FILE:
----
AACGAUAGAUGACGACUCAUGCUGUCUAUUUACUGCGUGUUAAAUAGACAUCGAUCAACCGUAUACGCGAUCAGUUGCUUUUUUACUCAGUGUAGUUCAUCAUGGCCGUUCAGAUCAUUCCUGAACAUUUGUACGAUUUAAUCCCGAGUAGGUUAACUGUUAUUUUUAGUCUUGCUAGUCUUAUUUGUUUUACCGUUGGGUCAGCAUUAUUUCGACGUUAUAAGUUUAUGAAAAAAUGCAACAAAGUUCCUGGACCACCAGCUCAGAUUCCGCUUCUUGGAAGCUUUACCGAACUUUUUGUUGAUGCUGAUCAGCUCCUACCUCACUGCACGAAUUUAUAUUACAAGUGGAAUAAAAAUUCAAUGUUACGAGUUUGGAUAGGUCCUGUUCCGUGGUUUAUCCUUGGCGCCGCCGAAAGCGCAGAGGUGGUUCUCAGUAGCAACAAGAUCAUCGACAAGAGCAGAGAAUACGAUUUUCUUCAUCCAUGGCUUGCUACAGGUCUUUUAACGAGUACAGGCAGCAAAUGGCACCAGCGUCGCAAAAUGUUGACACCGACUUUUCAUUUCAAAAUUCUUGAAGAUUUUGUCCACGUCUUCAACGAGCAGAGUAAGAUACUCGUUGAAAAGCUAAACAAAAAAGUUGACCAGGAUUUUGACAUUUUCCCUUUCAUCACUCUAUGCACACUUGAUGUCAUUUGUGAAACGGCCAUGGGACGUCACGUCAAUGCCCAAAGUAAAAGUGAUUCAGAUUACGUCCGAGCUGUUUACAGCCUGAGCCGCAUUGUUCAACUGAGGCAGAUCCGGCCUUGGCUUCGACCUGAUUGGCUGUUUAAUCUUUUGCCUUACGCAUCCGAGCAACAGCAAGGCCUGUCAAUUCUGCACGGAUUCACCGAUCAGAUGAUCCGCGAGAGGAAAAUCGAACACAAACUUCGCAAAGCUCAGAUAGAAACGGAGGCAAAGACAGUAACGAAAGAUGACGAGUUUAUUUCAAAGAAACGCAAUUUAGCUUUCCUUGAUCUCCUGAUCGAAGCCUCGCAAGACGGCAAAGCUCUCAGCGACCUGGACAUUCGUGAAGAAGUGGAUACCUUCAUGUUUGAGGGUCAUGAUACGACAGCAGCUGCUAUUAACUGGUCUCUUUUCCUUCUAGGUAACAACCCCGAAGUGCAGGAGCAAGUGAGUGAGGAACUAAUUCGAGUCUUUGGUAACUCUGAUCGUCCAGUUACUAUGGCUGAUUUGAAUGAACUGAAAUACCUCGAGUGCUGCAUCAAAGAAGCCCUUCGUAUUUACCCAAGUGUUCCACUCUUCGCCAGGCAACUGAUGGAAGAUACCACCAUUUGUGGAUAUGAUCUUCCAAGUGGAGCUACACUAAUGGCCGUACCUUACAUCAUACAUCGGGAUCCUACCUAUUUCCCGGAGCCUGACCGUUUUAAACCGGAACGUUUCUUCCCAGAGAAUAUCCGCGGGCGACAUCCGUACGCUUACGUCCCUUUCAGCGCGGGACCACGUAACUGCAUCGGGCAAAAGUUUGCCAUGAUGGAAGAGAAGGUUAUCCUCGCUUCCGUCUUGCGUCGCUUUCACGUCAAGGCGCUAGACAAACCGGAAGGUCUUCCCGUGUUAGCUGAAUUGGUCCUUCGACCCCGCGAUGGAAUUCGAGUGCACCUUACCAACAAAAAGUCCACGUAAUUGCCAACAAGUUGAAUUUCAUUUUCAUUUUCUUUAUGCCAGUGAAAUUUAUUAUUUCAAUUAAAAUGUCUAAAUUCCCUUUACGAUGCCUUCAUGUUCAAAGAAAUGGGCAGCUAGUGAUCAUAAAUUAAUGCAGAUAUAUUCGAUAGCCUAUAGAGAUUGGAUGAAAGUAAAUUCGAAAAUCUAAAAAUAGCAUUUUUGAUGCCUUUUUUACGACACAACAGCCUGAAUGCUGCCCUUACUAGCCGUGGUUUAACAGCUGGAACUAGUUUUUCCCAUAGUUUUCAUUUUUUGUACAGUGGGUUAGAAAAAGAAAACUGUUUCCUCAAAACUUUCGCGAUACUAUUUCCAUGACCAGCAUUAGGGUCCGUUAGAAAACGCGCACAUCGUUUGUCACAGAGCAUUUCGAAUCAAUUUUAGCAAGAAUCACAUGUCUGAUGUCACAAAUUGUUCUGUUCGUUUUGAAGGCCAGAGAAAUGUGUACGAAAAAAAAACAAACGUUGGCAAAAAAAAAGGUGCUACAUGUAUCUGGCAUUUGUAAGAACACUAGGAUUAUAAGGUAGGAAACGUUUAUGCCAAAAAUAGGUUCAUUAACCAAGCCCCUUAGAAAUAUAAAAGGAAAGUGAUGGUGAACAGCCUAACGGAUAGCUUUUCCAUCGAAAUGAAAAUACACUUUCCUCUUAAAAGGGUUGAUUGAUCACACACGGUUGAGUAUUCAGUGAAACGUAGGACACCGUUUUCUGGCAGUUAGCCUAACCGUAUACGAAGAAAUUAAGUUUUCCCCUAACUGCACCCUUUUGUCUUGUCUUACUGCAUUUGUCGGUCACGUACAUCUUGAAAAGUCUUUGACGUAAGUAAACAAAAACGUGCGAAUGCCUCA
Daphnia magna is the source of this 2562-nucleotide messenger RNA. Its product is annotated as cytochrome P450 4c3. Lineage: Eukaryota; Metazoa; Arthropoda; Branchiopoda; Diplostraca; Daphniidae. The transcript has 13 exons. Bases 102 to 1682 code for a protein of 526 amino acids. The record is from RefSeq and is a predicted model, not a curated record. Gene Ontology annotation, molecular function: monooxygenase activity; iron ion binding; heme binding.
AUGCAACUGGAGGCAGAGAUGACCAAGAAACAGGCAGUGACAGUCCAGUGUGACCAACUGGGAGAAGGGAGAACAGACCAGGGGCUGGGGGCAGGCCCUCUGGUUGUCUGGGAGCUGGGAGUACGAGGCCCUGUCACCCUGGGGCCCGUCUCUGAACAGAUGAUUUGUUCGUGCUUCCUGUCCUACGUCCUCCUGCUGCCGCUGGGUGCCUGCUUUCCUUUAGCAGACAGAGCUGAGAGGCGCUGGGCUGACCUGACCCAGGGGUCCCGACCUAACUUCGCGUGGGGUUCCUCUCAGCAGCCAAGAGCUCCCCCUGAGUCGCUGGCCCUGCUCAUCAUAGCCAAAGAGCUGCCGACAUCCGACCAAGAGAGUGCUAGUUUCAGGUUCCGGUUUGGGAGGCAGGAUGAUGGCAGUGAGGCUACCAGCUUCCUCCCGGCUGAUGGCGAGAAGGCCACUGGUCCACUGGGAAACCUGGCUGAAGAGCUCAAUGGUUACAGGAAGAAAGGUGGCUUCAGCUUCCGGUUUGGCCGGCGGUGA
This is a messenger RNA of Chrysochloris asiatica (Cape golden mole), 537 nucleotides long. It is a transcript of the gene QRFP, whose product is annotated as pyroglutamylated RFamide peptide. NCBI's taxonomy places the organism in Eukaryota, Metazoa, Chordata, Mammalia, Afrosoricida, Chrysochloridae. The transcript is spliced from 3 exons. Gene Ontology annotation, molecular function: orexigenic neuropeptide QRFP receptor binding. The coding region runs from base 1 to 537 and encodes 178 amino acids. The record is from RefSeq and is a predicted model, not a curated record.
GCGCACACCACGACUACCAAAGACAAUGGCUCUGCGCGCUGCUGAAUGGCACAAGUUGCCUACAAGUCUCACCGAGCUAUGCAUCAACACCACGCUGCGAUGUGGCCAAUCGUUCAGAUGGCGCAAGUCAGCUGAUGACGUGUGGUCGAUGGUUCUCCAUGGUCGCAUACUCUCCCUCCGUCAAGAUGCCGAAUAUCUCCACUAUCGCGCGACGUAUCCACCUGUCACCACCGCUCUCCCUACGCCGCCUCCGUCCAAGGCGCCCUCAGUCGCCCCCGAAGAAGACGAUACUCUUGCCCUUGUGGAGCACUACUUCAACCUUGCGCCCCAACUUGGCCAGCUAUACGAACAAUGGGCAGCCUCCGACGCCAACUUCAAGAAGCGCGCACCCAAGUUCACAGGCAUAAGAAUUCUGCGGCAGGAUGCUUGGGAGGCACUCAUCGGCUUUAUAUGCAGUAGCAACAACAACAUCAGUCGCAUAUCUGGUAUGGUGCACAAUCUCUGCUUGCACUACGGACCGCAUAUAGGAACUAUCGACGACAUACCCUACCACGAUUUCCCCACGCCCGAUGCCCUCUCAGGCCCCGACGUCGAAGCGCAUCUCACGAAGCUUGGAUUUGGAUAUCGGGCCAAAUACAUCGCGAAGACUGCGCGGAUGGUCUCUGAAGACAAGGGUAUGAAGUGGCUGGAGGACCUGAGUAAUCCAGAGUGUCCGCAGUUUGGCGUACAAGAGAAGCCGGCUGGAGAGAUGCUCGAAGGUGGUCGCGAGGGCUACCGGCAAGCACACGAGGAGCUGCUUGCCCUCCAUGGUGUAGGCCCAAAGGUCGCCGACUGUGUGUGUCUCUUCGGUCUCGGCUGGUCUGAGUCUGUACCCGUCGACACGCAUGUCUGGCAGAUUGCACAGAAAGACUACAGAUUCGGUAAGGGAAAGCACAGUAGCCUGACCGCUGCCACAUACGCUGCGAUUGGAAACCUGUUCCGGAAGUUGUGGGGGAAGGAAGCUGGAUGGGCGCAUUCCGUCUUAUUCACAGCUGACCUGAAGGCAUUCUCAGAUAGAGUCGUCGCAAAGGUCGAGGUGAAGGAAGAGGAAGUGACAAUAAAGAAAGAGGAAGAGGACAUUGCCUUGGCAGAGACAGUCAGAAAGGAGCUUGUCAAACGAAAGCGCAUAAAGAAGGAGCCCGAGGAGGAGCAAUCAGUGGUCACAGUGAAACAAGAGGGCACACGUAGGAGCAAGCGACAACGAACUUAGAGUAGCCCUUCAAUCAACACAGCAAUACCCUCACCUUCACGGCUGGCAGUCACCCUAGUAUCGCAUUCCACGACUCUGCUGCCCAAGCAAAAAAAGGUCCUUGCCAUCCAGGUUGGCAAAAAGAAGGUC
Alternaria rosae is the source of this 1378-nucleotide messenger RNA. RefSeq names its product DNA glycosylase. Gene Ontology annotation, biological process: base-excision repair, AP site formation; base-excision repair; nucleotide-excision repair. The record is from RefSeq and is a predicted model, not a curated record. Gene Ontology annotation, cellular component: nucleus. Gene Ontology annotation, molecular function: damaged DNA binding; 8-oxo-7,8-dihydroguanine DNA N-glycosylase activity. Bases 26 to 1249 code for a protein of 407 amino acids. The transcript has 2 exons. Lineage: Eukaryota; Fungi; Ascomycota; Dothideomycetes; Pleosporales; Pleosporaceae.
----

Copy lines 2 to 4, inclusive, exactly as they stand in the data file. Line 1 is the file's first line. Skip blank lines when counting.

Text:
Daphnia magna is the source of this 2562-nucleotide messenger RNA. Its product is annotated as cytochrome P450 4c3. Lineage: Eukaryota; Metazoa; Arthropoda; Branchiopoda; Diplostraca; Daphniidae. The transcript has 13 exons. Bases 102 to 1682 code for a protein of 526 amino acids. The record is from RefSeq and is a predicted model, not a curated record. Gene Ontology annotation, molecular function: monooxygenase activity; iron ion binding; heme binding.
AUGCAACUGGAGGCAGAGAUGACCAAGAAACAGGCAGUGACAGUCCAGUGUGACCAACUGGGAGAAGGGAGAACAGACCAGGGGCUGGGGGCAGGCCCUCUGGUUGUCUGGGAGCUGGGAGUACGAGGCCCUGUCACCCUGGGGCCCGUCUCUGAACAGAUGAUUUGUUCGUGCUUCCUGUCCUACGUCCUCCUGCUGCCGCUGGGUGCCUGCUUUCCUUUAGCAGACAGAGCUGAGAGGCGCUGGGCUGACCUGACCCAGGGGUCCCGACCUAACUUCGCGUGGGGUUCCUCUCAGCAGCCAAGAGCUCCCCCUGAGUCGCUGGCCCUGCUCAUCAUAGCCAAAGAGCUGCCGACAUCCGACCAAGAGAGUGCUAGUUUCAGGUUCCGGUUUGGGAGGCAGGAUGAUGGCAGUGAGGCUACCAGCUUCCUCCCGGCUGAUGGCGAGAAGGCCACUGGUCCACUGGGAAACCUGGCUGAAGAGCUCAAUGGUUACAGGAAGAAAGGUGGCUUCAGCUUCCGGUUUGGCCGGCGGUGA
This is a messenger RNA of Chrysochloris asiatica (Cape golden mole), 537 nucleotides long. It is a transcript of the gene QRFP, whose product is annotated as pyroglutamylated RFamide peptide. NCBI's taxonomy places the organism in Eukaryota, Metazoa, Chordata, Mammalia, Afrosoricida, Chrysochloridae. The transcript is spliced from 3 exons. Gene Ontology annotation, molecular function: orexigenic neuropeptide QRFP receptor binding. The coding region runs from base 1 to 537 and encodes 178 amino acids. The record is from RefSeq and is a predicted model, not a curated record.